The insurgents in Jamaame district in southern Somalia had been monitoring 28-year-old Hassan Hurshe since his arrival from a Kenya in 2010 and determined that he had become a Christian while in Kenya, said area Muslim sources whose names are withheld for security reasons.
Al Shabaab members on June 7 brought Hurshe to a public place in the town of Jilib and shot him in the head, they said.
“Many people watched this horrible action, including women and children,” said a witness.
Another area resident independently confirmed this account of the execution. A leader of the Somali underground church in Kenya who had also heard of the murder said Hurshe converted to Christianity in 2006, married in 2008 and fathered a baby boy in 2009.
The family left for Jilib, a town of about 45,000 in the Middle Juba Region, in the latter part of 2010 to visit family and start a small food shop, the source said.
Somalis are considered Muslim by birth, and apostasy, or leaving Islam, is punishable by death. After the execution, Hurshe’s parents, widow and son fled the area, a local resident said.
Many Somali members of Christian fellowships in Kenya have returned to Somalia after formation of a Somali government on Aug. 20, 2012, which replaced the Transitional Federal Government. Somali government troops backed by African Union Mission in Somalia (AMISOM) forces have retaken large swathes of territory from the rebels.
Al Shabaab, said to have ties with Al Qaeda terrorists, has vowed to rid Somalia of Christians, who meet secretly due to persecution.
The insurgents have lost control of several areas of Somalia since Kenyan military forces helped to dislodge them in the past year, but they are suspected in the shooting death of a Christian pharmacist on the outskirts of Kismayo in February. Two masked men killed Ahmed Ali Jimale, a 42-year-old father of four, on Feb. 18 as he stood outside his house in Alanley village.
On Dec. 8, 2012 in Beledweyne, 206 miles (332 kilometers) north of Mogadishu, gunmen killed a Christian who had been receiving death threats for leaving Islam. Two unidentified, masked men shot Mursal Isse Siad, 55, outside his home, Muslim and Christian sources said.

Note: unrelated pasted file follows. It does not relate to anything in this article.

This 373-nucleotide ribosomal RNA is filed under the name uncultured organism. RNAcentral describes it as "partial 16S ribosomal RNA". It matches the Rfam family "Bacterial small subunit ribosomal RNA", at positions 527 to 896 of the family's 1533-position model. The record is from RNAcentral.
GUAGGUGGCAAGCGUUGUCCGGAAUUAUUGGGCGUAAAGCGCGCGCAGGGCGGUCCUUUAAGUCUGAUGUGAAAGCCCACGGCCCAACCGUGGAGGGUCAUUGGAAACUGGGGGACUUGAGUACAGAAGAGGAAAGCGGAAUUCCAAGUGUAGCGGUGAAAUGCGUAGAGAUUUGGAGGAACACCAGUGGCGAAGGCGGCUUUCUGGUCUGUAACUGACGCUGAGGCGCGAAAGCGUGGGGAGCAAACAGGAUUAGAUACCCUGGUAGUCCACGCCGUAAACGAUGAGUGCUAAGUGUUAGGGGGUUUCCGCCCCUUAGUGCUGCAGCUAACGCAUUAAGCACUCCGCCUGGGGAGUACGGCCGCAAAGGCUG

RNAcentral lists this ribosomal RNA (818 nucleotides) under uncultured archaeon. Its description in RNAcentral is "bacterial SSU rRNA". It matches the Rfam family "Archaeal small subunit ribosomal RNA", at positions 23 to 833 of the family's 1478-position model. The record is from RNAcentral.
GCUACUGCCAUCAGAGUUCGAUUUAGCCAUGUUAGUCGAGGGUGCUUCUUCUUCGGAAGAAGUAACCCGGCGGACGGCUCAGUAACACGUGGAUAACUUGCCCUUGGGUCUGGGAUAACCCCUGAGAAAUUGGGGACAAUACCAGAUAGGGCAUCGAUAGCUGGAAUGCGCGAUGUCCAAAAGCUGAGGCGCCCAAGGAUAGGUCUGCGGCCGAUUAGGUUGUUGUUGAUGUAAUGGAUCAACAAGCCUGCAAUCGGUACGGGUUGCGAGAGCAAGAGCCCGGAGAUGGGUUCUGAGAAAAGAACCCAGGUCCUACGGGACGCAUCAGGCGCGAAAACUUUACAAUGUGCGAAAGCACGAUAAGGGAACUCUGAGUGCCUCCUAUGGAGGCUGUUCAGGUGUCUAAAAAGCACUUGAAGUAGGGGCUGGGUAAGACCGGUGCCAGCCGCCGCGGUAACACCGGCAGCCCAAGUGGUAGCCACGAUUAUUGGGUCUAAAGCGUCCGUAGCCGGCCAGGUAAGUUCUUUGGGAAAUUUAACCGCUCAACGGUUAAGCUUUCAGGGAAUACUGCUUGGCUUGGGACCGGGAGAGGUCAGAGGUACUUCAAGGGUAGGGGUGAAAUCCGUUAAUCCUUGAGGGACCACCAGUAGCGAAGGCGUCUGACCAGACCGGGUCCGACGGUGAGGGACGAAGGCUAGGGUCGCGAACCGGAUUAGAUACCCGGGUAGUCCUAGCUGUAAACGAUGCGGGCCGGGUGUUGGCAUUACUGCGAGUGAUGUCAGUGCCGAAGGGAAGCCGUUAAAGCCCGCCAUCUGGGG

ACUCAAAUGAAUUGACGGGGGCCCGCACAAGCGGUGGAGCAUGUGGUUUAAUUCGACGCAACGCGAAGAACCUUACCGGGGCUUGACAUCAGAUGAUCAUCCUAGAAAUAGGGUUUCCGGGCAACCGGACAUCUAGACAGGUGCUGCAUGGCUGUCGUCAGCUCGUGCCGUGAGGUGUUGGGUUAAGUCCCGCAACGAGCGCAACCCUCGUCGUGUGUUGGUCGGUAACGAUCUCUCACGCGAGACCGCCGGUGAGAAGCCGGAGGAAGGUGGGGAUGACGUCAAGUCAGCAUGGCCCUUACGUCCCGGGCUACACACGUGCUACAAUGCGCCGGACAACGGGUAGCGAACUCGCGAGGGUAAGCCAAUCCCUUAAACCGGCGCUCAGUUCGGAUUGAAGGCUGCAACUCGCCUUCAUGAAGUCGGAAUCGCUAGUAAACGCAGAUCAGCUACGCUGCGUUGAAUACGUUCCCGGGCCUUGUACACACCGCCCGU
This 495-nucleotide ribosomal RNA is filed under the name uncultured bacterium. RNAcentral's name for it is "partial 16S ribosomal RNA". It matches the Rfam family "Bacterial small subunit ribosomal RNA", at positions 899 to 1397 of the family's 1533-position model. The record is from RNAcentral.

Siad and his wife, who converted to Christianity in 2000, had moved to Beledweyne from Doolow eight months before. The area was under government control and there was no indication that the killers belonged to the Al Shabaab rebels, but the Islamic extremist insurgents were present in Buulodbarde, 20 kilometers (12 miles) away, and Christians believed a few Al Shabaab rebels could have been hiding in Beledweyne.
In the coastal city of Barawa on Nov. 16, 2012, Al Shabaab militants killed a Christian after accusing him of being a spy and leaving Islam, Christian and Muslim witnesses said. The extremists beheaded 25-year-old Farhan Haji Mose after monitoring his movements for six months, sources said.
Mose drew suspicion when he returned to Barawa, in the Lower Shebelle Region, in December 2011 after spending time in Kenya, according to underground Christians in Somalia. Kenya’s population is nearly 83 percent Christian, according to Operation World, while Somalia’s is close to 100 percent Muslim.
Xafiiska Wararka Midnimo, firstname.lastname@example.org